Question is how much more it is? Making that energy back to battery with burning fuel is taking multiple times of energy because of poor efficiency of engine, belts etc.

Putting some solar cells to roof and charging battery with those, might be one solution, but they add weight and do they produce more energy to battery than what they add to consumption of fuel because of their weight?

When finding scientific reality of issue, it is needed to look every detail.

Surely P&G saves fuel, even there are these drawbacks, so that means less CO2 as CO2 is directly related to how much fuel is burned, so those interested in reducing that may continue without a worry, but those interested in air quality might need to consider upgrading engine management that can be programmed not to squirt so much extra fuel into engine during cranking and startup, even though amounts are still minimal, but if we would not be interested from minimal, then would we fill panel gaps?

That is at least how I see this subject.
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Old 03-17-2012, 01:59 PM   #46 (permalink)
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the answer!

Originally Posted by hackish View Post

The complicated engineering answer seems to say P&G cannot work. I've always questioned it myself. Can anyone describe how it possibly could work? Maybe it's a component of an overall driving style that as a whole provides gains?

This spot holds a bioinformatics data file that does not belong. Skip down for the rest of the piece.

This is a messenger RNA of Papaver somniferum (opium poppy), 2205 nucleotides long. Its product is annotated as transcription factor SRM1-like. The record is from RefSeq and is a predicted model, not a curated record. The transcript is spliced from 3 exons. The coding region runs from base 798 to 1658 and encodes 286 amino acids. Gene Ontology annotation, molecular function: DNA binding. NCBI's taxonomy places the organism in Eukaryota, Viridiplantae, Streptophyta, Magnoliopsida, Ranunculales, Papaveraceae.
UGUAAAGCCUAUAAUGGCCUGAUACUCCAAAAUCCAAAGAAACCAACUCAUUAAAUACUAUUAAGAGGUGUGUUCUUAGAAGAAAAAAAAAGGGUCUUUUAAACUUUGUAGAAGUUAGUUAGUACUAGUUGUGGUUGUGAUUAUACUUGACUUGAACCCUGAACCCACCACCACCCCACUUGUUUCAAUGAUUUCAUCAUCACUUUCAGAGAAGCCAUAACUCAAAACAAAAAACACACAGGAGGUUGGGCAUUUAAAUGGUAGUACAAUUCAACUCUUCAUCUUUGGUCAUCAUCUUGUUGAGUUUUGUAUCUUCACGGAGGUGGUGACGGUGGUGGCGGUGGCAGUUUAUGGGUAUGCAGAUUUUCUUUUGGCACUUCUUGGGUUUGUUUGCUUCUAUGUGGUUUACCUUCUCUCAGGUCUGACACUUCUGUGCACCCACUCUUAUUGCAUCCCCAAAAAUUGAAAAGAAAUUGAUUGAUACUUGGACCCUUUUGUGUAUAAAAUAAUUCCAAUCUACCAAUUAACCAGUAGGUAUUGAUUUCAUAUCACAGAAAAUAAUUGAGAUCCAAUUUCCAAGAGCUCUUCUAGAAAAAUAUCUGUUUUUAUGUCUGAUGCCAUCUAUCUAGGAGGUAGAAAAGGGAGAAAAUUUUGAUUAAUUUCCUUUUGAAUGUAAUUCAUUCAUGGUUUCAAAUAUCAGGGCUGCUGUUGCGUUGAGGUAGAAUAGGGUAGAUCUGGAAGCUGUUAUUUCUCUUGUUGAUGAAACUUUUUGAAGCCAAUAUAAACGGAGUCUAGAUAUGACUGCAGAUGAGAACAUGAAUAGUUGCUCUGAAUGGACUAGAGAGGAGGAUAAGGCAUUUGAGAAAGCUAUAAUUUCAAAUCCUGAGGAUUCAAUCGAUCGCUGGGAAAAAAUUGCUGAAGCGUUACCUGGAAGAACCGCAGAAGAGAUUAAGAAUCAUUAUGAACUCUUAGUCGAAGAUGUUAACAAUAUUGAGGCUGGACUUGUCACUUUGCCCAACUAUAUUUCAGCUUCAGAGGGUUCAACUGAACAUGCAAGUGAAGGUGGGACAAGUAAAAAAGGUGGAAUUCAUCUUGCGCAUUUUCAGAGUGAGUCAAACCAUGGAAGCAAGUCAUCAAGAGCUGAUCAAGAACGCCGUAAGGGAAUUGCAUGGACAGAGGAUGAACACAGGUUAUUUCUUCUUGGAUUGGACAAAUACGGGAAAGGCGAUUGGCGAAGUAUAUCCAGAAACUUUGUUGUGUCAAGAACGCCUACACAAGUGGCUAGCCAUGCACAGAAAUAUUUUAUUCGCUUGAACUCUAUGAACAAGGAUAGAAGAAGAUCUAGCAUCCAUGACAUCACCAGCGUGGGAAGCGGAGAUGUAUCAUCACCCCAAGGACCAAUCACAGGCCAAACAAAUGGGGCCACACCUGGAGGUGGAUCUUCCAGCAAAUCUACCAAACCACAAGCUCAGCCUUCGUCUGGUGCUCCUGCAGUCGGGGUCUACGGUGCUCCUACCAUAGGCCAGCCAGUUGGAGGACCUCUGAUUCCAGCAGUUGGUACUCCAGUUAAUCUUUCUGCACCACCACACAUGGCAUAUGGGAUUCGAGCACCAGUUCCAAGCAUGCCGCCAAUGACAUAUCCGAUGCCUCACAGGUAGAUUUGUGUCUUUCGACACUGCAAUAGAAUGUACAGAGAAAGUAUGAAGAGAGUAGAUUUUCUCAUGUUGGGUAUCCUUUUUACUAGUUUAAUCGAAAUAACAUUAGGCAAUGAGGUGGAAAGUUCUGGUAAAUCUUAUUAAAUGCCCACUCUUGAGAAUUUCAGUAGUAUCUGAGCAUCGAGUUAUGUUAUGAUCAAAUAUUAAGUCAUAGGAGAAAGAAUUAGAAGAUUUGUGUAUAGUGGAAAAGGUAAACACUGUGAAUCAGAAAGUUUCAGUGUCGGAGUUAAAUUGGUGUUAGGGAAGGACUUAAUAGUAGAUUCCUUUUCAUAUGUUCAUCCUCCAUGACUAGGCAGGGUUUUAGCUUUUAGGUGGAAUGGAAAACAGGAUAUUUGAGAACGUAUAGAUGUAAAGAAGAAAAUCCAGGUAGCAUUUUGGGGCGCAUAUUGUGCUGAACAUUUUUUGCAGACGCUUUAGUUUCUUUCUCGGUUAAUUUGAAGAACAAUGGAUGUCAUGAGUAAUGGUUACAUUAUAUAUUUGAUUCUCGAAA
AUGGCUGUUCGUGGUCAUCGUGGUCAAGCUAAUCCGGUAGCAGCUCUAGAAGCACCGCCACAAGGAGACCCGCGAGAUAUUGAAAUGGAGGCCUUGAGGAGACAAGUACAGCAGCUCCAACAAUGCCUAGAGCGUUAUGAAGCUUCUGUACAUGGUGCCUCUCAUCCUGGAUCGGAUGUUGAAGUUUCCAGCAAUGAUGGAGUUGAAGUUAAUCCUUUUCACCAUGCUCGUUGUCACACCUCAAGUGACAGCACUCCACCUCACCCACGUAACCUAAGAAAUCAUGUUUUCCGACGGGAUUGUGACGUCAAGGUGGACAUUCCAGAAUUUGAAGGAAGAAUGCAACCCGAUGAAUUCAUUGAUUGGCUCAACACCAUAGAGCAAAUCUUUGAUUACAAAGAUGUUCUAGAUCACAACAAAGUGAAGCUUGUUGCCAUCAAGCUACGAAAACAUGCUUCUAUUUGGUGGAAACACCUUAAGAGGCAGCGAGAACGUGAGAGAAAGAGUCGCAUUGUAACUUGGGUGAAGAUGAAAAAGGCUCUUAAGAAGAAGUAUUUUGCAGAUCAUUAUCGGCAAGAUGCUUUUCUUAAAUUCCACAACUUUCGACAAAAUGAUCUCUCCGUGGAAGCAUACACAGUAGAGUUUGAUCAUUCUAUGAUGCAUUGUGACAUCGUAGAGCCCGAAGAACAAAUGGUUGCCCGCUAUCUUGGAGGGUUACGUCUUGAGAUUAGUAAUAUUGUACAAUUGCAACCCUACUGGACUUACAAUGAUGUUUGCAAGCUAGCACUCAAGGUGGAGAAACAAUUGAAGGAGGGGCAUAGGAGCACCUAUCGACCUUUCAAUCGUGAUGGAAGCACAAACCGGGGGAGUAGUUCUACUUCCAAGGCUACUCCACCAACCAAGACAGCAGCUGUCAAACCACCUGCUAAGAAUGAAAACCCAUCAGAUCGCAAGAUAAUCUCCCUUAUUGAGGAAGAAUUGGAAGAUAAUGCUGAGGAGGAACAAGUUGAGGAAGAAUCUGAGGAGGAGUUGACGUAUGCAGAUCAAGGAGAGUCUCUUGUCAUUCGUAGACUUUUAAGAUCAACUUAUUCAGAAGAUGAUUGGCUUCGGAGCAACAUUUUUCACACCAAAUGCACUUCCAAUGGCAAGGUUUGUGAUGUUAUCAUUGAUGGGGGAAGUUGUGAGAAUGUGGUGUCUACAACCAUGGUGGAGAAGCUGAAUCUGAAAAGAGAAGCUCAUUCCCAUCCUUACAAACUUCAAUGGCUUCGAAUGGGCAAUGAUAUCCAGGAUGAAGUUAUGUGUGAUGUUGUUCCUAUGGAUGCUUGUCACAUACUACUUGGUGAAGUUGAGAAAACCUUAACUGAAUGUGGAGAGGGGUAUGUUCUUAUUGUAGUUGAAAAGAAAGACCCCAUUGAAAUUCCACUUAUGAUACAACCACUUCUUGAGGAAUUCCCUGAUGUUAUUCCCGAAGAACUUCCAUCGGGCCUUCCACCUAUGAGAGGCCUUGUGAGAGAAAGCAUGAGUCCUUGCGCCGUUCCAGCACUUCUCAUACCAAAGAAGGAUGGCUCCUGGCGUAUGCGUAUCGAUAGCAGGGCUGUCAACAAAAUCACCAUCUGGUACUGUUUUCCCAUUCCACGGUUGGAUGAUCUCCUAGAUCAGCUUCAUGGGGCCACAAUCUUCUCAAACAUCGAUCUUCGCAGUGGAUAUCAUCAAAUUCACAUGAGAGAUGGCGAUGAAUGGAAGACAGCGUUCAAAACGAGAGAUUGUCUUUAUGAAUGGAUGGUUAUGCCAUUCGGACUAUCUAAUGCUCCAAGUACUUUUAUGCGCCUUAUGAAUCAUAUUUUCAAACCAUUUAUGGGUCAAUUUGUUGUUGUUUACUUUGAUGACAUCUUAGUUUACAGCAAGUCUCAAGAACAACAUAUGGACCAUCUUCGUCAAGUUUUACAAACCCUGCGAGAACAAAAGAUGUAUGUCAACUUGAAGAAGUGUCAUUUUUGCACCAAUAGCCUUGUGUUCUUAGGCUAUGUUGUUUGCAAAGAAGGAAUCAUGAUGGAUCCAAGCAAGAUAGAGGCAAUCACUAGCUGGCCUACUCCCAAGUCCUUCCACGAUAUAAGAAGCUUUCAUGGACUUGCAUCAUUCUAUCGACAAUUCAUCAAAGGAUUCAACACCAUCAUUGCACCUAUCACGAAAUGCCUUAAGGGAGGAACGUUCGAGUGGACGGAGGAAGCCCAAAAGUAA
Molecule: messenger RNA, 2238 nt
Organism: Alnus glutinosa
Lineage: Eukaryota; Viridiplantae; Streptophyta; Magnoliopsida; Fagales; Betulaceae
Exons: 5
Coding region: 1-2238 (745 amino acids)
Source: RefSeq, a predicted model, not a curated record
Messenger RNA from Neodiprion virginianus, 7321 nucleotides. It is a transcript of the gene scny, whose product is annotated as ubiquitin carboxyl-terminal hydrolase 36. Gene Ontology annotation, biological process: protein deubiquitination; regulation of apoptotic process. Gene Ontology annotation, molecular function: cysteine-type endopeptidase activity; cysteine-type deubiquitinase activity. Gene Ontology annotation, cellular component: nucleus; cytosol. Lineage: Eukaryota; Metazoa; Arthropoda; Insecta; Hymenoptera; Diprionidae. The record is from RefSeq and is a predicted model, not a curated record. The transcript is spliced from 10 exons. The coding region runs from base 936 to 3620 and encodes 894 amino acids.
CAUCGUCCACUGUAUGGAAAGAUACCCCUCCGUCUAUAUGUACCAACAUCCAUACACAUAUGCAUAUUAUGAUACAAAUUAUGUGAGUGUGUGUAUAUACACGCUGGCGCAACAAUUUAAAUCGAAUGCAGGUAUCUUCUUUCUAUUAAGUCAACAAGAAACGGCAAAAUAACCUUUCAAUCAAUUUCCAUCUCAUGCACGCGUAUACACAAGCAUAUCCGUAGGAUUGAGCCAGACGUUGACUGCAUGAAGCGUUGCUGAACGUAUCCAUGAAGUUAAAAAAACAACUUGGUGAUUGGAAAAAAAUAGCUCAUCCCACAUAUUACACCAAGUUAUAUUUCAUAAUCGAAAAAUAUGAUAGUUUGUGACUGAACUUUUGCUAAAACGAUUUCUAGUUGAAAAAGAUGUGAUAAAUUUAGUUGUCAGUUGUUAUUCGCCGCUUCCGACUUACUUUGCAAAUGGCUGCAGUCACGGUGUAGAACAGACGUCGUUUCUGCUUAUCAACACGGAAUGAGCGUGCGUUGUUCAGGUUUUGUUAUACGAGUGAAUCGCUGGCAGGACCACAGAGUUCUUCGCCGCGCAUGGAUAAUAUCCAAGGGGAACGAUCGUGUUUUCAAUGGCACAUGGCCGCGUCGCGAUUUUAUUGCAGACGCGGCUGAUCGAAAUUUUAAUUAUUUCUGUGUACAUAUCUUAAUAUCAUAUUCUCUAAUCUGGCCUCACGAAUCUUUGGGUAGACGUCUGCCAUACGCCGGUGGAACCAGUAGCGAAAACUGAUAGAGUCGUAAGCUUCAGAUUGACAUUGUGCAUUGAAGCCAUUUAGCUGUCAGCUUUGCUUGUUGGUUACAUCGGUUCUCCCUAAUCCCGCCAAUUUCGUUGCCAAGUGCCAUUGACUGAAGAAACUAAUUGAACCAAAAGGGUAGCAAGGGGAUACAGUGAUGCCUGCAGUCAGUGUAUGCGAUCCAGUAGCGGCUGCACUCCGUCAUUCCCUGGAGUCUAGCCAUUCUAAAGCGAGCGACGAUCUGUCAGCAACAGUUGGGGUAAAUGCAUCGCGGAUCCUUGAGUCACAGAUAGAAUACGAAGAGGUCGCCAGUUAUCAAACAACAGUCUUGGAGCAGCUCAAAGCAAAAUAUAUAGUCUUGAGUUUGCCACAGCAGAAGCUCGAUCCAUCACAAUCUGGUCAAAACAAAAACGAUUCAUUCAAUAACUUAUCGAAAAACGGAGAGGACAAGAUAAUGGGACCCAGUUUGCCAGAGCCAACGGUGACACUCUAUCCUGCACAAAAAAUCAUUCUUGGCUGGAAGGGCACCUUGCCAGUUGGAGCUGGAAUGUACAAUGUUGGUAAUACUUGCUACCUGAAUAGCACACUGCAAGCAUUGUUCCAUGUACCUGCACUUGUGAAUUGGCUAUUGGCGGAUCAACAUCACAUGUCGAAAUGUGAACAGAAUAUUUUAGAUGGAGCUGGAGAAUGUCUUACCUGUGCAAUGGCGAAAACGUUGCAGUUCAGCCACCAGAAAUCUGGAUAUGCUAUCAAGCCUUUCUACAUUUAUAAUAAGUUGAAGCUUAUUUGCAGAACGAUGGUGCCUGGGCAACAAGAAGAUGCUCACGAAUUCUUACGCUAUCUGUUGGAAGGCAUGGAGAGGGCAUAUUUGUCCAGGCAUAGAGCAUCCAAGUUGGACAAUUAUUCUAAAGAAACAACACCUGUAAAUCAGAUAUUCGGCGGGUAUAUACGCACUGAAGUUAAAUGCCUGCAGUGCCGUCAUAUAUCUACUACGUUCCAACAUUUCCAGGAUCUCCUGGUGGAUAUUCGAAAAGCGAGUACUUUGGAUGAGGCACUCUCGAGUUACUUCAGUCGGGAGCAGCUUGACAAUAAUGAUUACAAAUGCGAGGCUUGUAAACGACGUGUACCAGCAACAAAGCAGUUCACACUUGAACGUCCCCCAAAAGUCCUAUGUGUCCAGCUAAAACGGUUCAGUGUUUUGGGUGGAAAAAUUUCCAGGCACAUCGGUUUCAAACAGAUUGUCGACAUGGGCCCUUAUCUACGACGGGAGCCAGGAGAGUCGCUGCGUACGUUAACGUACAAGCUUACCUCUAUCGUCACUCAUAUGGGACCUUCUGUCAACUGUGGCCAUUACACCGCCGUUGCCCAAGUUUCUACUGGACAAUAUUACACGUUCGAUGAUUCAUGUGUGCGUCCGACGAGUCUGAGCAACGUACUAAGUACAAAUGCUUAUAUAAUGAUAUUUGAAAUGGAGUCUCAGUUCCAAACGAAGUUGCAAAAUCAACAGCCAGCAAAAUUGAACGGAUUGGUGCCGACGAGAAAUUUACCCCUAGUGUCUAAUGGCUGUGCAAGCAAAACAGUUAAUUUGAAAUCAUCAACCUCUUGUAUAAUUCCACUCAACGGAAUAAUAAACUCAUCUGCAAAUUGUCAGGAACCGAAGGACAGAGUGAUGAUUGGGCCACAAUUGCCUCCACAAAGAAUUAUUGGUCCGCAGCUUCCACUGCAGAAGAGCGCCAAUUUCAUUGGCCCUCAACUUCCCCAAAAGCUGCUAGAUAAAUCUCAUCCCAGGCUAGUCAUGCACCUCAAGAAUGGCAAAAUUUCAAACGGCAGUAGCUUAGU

I know this is an old thread, but I ran across it doing research, and I noticed that noone ever answered this question.

I had the same question myself, and it seems counter-intuitive, but there actually is a very good answer to it!

Here is why it works:

An ICE engine is, inherently, inefficient. Even in a prefect world there is a theoretical upper limit to any heat engine's efficiency.
In a typical gas engine, it is something like 25%.
In other words fully 75% of the energy in the fuel is used just to overcome internal resistance, to turn the engine itself.
On top of that, belt driven engine accessories and drivetrain losses absorb another 5-10% of the energy in the fuel.

That means all together, when the engine is running, more than 3/4 of the energy never even reaches the wheels.
And that is in optimal conditions, at the peak of the BSFC curve!

Any time the engine is off, you are not wasting that 75%.
However, the internal losses don't change (a significant amount) in acceleration vs stead state.

So, if you can P&G with a 1:3 ratio (10 sec pulse, 30 sec glide) the engine is off 3/4 of the time. Over that 40 sec span, the 75% of potentially wasted fuel energy is conserved.
In order for that not to save fuel compared to stead state, it would have to require 4x more fuel to accelerate - and of course that is before even taking into account pumping losses or the fact that acceleration puts the engine in a more efficient part of the BSFC curve.


Originally Posted by Piwoslaw View Post
A few months ago I returned home just as my neighbor pulled into his driveway. It was cold (around freezing) with some rain and sleet, and he yells to me: You rode your bike? In this weather?!?

So the other day we both returned home at the same time again, only now the weather is warm, sunny, with no wind. And I yell to him: You took the car? In this weather?!?

Last edited by JacobAziza; 03-18-2012 at 09:05 PM..